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In De Laurentis v. De Laurentis , Jeanne De Laurentis claimed a "constructive trust" -- that she was the co-owner of certain real property that was held in the name of her brother, Vito De Laurentis, Jr.

Jeanne alleged that the property had been transferred to Vito by their father, with the specific instructions that "a 50% ownership interest in the property belonged to her, which was to be held in trust by [Vito] and distributed to her upon the death of [their father]." Jeanne also asserted that after their father's death, Vito retained exclusive possession of the subject property without her consent.

When he filed a motion to dismiss Jeanne's case, the Suffolk County Supreme Court granted the request. On appeal, the Appellate Division, Second Department, was equally unsympathetic to Jeanne's claim.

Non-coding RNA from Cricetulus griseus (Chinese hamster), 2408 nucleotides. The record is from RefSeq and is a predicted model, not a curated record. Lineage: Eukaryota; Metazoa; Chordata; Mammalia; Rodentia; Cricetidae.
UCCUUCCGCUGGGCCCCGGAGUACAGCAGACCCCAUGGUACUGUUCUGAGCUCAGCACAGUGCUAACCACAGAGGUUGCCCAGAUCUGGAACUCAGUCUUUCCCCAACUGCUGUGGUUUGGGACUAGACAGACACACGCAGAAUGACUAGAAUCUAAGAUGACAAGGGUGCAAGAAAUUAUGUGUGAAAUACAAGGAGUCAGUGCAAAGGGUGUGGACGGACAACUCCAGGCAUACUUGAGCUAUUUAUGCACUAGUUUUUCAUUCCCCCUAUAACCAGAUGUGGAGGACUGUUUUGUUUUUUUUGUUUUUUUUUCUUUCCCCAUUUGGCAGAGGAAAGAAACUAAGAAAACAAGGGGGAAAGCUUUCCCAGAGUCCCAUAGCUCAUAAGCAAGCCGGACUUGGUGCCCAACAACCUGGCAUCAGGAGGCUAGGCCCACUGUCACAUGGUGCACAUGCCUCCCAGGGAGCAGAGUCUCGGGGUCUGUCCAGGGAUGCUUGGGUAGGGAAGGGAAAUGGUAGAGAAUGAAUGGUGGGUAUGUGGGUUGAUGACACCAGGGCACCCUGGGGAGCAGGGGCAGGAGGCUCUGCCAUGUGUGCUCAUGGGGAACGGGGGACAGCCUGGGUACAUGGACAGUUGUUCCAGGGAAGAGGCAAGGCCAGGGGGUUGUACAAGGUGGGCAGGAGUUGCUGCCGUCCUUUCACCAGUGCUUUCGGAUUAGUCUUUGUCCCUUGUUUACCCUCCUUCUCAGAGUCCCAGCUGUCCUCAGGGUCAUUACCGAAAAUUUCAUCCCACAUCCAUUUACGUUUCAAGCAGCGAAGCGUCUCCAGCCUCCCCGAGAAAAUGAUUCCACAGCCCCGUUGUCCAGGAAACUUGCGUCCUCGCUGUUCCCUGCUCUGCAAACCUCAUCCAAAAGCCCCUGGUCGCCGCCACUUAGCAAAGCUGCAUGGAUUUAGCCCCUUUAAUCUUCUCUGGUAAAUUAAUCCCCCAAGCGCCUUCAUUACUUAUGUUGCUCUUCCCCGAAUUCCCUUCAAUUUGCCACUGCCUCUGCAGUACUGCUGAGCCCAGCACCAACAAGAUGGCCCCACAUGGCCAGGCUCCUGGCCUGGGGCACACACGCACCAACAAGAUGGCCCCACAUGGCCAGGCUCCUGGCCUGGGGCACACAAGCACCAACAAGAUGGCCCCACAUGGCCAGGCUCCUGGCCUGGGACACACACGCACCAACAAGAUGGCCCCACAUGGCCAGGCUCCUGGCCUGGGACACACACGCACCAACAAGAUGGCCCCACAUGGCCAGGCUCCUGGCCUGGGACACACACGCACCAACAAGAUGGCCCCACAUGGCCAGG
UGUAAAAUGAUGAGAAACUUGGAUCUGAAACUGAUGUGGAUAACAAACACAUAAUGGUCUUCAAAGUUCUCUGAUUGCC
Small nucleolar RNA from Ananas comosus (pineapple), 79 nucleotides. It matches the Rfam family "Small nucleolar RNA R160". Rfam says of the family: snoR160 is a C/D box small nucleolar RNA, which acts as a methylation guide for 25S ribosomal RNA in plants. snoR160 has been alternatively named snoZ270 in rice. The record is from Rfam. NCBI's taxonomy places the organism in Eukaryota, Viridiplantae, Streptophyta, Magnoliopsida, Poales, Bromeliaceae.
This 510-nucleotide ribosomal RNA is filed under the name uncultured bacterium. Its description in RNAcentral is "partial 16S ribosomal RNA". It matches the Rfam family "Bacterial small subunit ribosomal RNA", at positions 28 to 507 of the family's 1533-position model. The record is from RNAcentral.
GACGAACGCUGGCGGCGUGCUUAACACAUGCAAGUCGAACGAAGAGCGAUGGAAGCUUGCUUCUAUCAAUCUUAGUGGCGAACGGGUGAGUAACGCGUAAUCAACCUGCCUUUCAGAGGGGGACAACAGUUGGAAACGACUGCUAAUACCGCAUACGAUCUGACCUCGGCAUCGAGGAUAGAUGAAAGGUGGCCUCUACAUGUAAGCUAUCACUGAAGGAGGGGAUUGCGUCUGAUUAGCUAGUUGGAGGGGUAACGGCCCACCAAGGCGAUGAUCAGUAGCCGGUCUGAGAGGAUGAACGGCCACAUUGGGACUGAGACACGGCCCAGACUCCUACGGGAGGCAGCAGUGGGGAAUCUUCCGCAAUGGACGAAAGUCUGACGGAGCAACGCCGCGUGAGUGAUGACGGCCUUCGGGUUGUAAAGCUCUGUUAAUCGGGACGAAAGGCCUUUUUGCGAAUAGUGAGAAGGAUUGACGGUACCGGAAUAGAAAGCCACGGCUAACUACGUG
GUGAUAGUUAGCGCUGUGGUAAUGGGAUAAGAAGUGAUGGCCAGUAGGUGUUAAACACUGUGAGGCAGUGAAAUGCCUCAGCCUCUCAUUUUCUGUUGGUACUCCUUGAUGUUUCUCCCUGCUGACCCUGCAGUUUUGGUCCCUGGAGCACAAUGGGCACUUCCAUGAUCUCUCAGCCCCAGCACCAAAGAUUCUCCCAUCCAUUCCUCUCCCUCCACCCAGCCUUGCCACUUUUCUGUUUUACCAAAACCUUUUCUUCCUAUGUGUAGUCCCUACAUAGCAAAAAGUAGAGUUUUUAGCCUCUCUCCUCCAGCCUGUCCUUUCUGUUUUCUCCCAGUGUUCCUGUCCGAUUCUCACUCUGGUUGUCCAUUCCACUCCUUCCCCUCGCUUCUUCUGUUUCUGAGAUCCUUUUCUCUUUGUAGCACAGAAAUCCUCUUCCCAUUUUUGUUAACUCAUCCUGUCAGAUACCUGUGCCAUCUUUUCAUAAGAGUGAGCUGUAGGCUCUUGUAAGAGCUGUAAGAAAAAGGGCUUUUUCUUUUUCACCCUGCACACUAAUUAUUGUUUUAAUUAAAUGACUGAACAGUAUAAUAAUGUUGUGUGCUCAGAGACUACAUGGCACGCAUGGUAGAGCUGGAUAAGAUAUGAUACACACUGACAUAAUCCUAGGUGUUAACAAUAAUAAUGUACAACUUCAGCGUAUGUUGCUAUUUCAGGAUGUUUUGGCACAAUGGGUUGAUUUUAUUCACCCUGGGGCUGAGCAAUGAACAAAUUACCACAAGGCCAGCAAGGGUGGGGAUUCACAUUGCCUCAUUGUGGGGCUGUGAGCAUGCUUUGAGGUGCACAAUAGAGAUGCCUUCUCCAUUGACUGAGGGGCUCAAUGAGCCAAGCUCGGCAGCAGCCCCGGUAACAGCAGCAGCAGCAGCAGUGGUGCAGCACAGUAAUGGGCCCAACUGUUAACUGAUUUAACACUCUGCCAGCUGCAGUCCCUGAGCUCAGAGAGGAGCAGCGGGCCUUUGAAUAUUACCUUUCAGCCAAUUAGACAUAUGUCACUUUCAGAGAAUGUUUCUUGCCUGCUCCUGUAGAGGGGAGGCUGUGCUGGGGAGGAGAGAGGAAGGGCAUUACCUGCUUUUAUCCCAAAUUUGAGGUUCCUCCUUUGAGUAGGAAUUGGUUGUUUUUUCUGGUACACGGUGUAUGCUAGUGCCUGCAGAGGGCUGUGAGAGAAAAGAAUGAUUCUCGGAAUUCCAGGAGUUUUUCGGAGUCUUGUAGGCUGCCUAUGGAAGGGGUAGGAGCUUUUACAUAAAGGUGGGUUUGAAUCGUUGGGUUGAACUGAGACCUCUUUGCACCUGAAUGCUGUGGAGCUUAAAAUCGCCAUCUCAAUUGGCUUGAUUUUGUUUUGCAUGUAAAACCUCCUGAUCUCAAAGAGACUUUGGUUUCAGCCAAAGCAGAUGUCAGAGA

The AD2 held that "[a] cause of action to impose a constructive trust or equitable lien is subject to a six-year limitations period that 'commences to run upon the occurrence of the wrongful act giving rise to a duty of restitution.'" When a constructive trustee wrongfully withholds property, the clock starts to tick the moment the trustee breaches the agreement to transfer the property.

In this case, the wrongful act occurred on July 31, 1995, when Jeanne's father died. Inexplicably, she didn't start her case until September 13, 2006; some eleven years later (five years beyond the six-year window a claim could be filed).

As a result, the AD2 was left with little choice but to affirm the case's dismissal.

Not a very constructive outcome, now was it?

To download a copy of the Appellate Division's decision, please use this link: De Laurentis v. De Laurentis